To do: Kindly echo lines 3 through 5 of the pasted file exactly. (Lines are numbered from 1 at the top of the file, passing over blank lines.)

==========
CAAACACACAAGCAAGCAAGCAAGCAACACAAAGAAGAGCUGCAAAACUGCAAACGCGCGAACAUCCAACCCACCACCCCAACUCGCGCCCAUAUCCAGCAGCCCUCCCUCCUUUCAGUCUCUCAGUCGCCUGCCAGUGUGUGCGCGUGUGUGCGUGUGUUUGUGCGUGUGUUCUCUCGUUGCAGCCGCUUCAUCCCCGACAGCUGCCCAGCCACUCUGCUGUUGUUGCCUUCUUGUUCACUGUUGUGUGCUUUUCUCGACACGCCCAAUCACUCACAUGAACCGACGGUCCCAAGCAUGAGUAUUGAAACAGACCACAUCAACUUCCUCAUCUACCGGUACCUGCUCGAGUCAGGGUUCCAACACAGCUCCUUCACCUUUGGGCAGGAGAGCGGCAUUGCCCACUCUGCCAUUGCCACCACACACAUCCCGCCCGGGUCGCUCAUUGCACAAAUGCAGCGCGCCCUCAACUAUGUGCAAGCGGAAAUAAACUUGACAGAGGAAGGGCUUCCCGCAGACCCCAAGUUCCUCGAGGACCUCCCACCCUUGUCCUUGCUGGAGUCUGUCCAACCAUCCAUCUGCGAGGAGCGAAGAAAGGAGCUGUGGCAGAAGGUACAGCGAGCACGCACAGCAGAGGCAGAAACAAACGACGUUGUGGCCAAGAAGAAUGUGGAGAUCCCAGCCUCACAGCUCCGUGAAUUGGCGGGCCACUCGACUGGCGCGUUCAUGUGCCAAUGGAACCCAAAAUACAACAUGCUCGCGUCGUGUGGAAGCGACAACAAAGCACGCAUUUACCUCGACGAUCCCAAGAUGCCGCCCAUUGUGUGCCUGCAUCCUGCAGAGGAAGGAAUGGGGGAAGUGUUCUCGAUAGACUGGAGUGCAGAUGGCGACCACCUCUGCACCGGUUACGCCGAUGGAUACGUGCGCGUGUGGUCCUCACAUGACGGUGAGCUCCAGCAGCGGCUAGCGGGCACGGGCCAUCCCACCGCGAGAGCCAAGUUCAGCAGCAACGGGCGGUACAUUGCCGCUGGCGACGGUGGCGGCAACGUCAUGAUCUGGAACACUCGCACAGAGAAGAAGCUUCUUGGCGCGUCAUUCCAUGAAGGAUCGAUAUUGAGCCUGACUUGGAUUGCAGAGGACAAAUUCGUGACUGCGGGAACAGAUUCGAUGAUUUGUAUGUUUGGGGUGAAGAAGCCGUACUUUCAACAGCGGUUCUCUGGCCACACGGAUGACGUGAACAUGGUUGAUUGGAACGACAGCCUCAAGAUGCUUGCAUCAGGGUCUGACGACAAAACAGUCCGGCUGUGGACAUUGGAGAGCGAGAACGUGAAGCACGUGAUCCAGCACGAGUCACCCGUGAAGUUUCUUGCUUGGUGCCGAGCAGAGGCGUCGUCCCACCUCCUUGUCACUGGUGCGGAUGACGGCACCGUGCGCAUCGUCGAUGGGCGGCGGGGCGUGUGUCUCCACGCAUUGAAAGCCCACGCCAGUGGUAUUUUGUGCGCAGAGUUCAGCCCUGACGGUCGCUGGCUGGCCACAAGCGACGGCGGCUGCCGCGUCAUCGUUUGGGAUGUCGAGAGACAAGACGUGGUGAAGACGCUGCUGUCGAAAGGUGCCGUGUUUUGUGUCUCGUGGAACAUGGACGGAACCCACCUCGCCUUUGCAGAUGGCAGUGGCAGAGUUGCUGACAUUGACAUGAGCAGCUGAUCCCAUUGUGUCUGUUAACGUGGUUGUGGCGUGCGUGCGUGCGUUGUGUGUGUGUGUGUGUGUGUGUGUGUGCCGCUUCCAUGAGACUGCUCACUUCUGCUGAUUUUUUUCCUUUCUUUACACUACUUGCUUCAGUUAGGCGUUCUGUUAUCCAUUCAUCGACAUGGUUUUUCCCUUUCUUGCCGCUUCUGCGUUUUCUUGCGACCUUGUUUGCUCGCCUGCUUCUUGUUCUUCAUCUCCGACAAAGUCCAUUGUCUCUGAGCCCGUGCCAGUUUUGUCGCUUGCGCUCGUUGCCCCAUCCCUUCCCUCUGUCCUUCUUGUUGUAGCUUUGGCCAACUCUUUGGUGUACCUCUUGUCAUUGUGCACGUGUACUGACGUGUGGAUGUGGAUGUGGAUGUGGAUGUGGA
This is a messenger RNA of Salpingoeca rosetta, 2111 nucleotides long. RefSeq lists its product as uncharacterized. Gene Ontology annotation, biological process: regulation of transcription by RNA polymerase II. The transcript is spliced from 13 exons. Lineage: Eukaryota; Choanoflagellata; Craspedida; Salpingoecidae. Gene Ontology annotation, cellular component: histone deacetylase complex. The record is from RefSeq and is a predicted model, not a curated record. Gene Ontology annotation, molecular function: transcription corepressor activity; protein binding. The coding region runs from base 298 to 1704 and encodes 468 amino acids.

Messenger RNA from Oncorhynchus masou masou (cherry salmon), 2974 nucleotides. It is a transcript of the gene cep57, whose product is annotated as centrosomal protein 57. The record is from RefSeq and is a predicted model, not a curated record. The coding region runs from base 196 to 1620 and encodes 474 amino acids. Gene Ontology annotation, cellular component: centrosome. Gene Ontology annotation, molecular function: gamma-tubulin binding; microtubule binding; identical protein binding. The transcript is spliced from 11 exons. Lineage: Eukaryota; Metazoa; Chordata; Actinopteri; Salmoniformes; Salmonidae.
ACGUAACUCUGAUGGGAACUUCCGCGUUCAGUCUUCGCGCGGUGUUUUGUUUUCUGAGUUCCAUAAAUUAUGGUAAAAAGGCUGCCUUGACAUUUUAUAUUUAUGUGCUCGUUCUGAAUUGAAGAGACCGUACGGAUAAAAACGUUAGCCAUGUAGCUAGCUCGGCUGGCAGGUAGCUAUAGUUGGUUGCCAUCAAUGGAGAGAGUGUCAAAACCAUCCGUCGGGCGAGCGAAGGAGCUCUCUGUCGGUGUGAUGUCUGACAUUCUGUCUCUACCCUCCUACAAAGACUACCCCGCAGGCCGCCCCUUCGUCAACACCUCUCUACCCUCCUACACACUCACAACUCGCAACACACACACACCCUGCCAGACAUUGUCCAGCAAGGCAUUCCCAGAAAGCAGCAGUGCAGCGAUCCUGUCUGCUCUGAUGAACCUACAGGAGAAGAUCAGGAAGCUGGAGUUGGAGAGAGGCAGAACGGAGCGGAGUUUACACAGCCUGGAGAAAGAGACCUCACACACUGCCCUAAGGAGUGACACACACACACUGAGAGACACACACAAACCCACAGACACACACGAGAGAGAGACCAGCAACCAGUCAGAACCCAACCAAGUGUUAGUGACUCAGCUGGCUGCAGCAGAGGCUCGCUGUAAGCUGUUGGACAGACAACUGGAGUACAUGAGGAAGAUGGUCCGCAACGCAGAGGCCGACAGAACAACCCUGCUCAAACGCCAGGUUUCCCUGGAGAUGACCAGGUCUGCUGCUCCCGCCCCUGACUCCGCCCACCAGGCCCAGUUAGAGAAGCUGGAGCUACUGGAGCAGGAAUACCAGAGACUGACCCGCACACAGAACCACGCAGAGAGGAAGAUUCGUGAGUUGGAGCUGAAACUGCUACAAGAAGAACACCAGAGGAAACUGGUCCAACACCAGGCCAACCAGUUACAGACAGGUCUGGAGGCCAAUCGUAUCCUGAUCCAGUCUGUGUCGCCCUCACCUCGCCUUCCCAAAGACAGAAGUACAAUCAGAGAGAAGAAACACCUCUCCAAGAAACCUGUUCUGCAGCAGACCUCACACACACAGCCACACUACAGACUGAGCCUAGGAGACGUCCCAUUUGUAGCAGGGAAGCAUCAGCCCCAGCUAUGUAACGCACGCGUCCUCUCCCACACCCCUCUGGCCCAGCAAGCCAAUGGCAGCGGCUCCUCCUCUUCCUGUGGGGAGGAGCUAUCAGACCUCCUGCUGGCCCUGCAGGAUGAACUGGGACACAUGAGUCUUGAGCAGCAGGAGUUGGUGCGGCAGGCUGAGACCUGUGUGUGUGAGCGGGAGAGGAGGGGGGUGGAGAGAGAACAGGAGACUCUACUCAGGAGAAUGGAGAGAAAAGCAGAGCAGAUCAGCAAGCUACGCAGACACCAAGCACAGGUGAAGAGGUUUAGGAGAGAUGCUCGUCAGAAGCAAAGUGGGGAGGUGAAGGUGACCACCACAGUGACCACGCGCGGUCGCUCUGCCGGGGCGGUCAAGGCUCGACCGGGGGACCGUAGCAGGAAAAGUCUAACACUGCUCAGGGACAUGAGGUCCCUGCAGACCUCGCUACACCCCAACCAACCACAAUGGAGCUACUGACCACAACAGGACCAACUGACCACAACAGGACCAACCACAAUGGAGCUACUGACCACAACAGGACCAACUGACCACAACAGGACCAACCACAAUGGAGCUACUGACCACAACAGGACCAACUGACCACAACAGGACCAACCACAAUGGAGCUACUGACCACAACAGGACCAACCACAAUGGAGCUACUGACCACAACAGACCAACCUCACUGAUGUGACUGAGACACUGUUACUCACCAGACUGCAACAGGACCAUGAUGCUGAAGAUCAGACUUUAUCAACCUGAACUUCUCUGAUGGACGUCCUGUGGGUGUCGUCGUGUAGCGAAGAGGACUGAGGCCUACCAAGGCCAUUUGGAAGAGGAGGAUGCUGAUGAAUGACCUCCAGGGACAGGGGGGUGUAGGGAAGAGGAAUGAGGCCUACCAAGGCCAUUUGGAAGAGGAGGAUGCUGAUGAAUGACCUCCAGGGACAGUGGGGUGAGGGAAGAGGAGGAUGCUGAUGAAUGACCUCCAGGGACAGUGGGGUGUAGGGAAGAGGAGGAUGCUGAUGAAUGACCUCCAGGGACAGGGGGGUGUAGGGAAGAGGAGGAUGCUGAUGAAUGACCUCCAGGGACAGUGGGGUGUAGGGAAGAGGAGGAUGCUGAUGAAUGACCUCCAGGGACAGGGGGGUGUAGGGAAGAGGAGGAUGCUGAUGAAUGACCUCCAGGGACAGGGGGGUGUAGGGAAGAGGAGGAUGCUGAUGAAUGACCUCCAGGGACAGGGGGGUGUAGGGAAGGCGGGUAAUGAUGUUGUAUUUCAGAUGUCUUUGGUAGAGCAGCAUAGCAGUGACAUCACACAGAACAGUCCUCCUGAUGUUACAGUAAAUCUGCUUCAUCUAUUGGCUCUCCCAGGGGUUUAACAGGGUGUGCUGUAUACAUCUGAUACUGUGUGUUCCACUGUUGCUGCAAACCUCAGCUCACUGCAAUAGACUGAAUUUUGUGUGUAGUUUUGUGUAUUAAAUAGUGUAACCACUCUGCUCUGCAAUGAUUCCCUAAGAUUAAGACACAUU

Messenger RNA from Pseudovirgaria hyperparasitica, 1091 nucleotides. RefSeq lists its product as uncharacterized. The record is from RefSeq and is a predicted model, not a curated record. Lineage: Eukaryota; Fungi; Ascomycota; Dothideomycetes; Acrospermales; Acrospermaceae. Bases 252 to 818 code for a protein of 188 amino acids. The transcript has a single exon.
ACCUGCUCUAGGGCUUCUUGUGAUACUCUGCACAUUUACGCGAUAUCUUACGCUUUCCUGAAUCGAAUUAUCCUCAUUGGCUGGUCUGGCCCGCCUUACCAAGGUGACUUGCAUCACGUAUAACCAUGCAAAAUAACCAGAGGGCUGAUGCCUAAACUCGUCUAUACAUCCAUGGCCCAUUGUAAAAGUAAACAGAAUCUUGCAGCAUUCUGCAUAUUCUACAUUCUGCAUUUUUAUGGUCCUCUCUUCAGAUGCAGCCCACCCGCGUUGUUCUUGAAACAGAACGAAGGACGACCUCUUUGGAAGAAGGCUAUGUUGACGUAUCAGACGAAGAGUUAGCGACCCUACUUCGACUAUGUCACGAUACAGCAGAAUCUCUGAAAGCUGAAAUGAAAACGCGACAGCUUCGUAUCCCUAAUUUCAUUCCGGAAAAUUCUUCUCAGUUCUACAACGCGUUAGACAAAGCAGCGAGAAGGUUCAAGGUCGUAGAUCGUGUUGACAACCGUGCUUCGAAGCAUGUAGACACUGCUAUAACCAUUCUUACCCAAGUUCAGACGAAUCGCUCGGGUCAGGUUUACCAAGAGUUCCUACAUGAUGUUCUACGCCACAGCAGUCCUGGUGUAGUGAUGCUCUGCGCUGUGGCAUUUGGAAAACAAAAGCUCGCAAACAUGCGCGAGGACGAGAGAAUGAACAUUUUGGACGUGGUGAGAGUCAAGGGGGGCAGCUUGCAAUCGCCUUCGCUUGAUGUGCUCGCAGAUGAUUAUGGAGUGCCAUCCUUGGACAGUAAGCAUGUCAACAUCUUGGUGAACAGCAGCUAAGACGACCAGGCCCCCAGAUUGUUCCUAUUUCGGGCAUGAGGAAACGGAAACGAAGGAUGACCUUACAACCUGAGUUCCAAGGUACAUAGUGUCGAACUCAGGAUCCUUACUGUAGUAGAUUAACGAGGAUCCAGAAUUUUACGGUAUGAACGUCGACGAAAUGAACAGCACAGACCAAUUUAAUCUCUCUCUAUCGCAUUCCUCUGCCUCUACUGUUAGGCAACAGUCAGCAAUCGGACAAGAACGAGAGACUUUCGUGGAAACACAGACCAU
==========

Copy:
Messenger RNA from Oncorhynchus masou masou (cherry salmon), 2974 nucleotides. It is a transcript of the gene cep57, whose product is annotated as centrosomal protein 57. The record is from RefSeq and is a predicted model, not a curated record. The coding region runs from base 196 to 1620 and encodes 474 amino acids. Gene Ontology annotation, cellular component: centrosome. Gene Ontology annotation, molecular function: gamma-tubulin binding; microtubule binding; identical protein binding. The transcript is spliced from 11 exons. Lineage: Eukaryota; Metazoa; Chordata; Actinopteri; Salmoniformes; Salmonidae.
ACGUAACUCUGAUGGGAACUUCCGCGUUCAGUCUUCGCGCGGUGUUUUGUUUUCUGAGUUCCAUAAAUUAUGGUAAAAAGGCUGCCUUGACAUUUUAUAUUUAUGUGCUCGUUCUGAAUUGAAGAGACCGUACGGAUAAAAACGUUAGCCAUGUAGCUAGCUCGGCUGGCAGGUAGCUAUAGUUGGUUGCCAUCAAUGGAGAGAGUGUCAAAACCAUCCGUCGGGCGAGCGAAGGAGCUCUCUGUCGGUGUGAUGUCUGACAUUCUGUCUCUACCCUCCUACAAAGACUACCCCGCAGGCCGCCCCUUCGUCAACACCUCUCUACCCUCCUACACACUCACAACUCGCAACACACACACACCCUGCCAGACAUUGUCCAGCAAGGCAUUCCCAGAAAGCAGCAGUGCAGCGAUCCUGUCUGCUCUGAUGAACCUACAGGAGAAGAUCAGGAAGCUGGAGUUGGAGAGAGGCAGAACGGAGCGGAGUUUACACAGCCUGGAGAAAGAGACCUCACACACUGCCCUAAGGAGUGACACACACACACUGAGAGACACACACAAACCCACAGACACACACGAGAGAGAGACCAGCAACCAGUCAGAACCCAACCAAGUGUUAGUGACUCAGCUGGCUGCAGCAGAGGCUCGCUGUAAGCUGUUGGACAGACAACUGGAGUACAUGAGGAAGAUGGUCCGCAACGCAGAGGCCGACAGAACAACCCUGCUCAAACGCCAGGUUUCCCUGGAGAUGACCAGGUCUGCUGCUCCCGCCCCUGACUCCGCCCACCAGGCCCAGUUAGAGAAGCUGGAGCUACUGGAGCAGGAAUACCAGAGACUGACCCGCACACAGAACCACGCAGAGAGGAAGAUUCGUGAGUUGGAGCUGAAACUGCUACAAGAAGAACACCAGAGGAAACUGGUCCAACACCAGGCCAACCAGUUACAGACAGGUCUGGAGGCCAAUCGUAUCCUGAUCCAGUCUGUGUCGCCCUCACCUCGCCUUCCCAAAGACAGAAGUACAAUCAGAGAGAAGAAACACCUCUCCAAGAAACCUGUUCUGCAGCAGACCUCACACACACAGCCACACUACAGACUGAGCCUAGGAGACGUCCCAUUUGUAGCAGGGAAGCAUCAGCCCCAGCUAUGUAACGCACGCGUCCUCUCCCACACCCCUCUGGCCCAGCAAGCCAAUGGCAGCGGCUCCUCCUCUUCCUGUGGGGAGGAGCUAUCAGACCUCCUGCUGGCCCUGCAGGAUGAACUGGGACACAUGAGUCUUGAGCAGCAGGAGUUGGUGCGGCAGGCUGAGACCUGUGUGUGUGAGCGGGAGAGGAGGGGGGUGGAGAGAGAACAGGAGACUCUACUCAGGAGAAUGGAGAGAAAAGCAGAGCAGAUCAGCAAGCUACGCAGACACCAAGCACAGGUGAAGAGGUUUAGGAGAGAUGCUCGUCAGAAGCAAAGUGGGGAGGUGAAGGUGACCACCACAGUGACCACGCGCGGUCGCUCUGCCGGGGCGGUCAAGGCUCGACCGGGGGACCGUAGCAGGAAAAGUCUAACACUGCUCAGGGACAUGAGGUCCCUGCAGACCUCGCUACACCCCAACCAACCACAAUGGAGCUACUGACCACAACAGGACCAACUGACCACAACAGGACCAACCACAAUGGAGCUACUGACCACAACAGGACCAACUGACCACAACAGGACCAACCACAAUGGAGCUACUGACCACAACAGGACCAACUGACCACAACAGGACCAACCACAAUGGAGCUACUGACCACAACAGGACCAACCACAAUGGAGCUACUGACCACAACAGACCAACCUCACUGAUGUGACUGAGACACUGUUACUCACCAGACUGCAACAGGACCAUGAUGCUGAAGAUCAGACUUUAUCAACCUGAACUUCUCUGAUGGACGUCCUGUGGGUGUCGUCGUGUAGCGAAGAGGACUGAGGCCUACCAAGGCCAUUUGGAAGAGGAGGAUGCUGAUGAAUGACCUCCAGGGACAGGGGGGUGUAGGGAAGAGGAAUGAGGCCUACCAAGGCCAUUUGGAAGAGGAGGAUGCUGAUGAAUGACCUCCAGGGACAGUGGGGUGAGGGAAGAGGAGGAUGCUGAUGAAUGACCUCCAGGGACAGUGGGGUGUAGGGAAGAGGAGGAUGCUGAUGAAUGACCUCCAGGGACAGGGGGGUGUAGGGAAGAGGAGGAUGCUGAUGAAUGACCUCCAGGGACAGUGGGGUGUAGGGAAGAGGAGGAUGCUGAUGAAUGACCUCCAGGGACAGGGGGGUGUAGGGAAGAGGAGGAUGCUGAUGAAUGACCUCCAGGGACAGGGGGGUGUAGGGAAGAGGAGGAUGCUGAUGAAUGACCUCCAGGGACAGGGGGGUGUAGGGAAGGCGGGUAAUGAUGUUGUAUUUCAGAUGUCUUUGGUAGAGCAGCAUAGCAGUGACAUCACACAGAACAGUCCUCCUGAUGUUACAGUAAAUCUGCUUCAUCUAUUGGCUCUCCCAGGGGUUUAACAGGGUGUGCUGUAUACAUCUGAUACUGUGUGUUCCACUGUUGCUGCAAACCUCAGCUCACUGCAAUAGACUGAAUUUUGUGUGUAGUUUUGUGUAUUAAAUAGUGUAACCACUCUGCUCUGCAAUGAUUCCCUAAGAUUAAGACACAUU

Messenger RNA from Pseudovirgaria hyperparasitica, 1091 nucleotides. RefSeq lists its product as uncharacterized. The record is from RefSeq and is a predicted model, not a curated record. Lineage: Eukaryota; Fungi; Ascomycota; Dothideomycetes; Acrospermales; Acrospermaceae. Bases 252 to 818 code for a protein of 188 amino acids. The transcript has a single exon.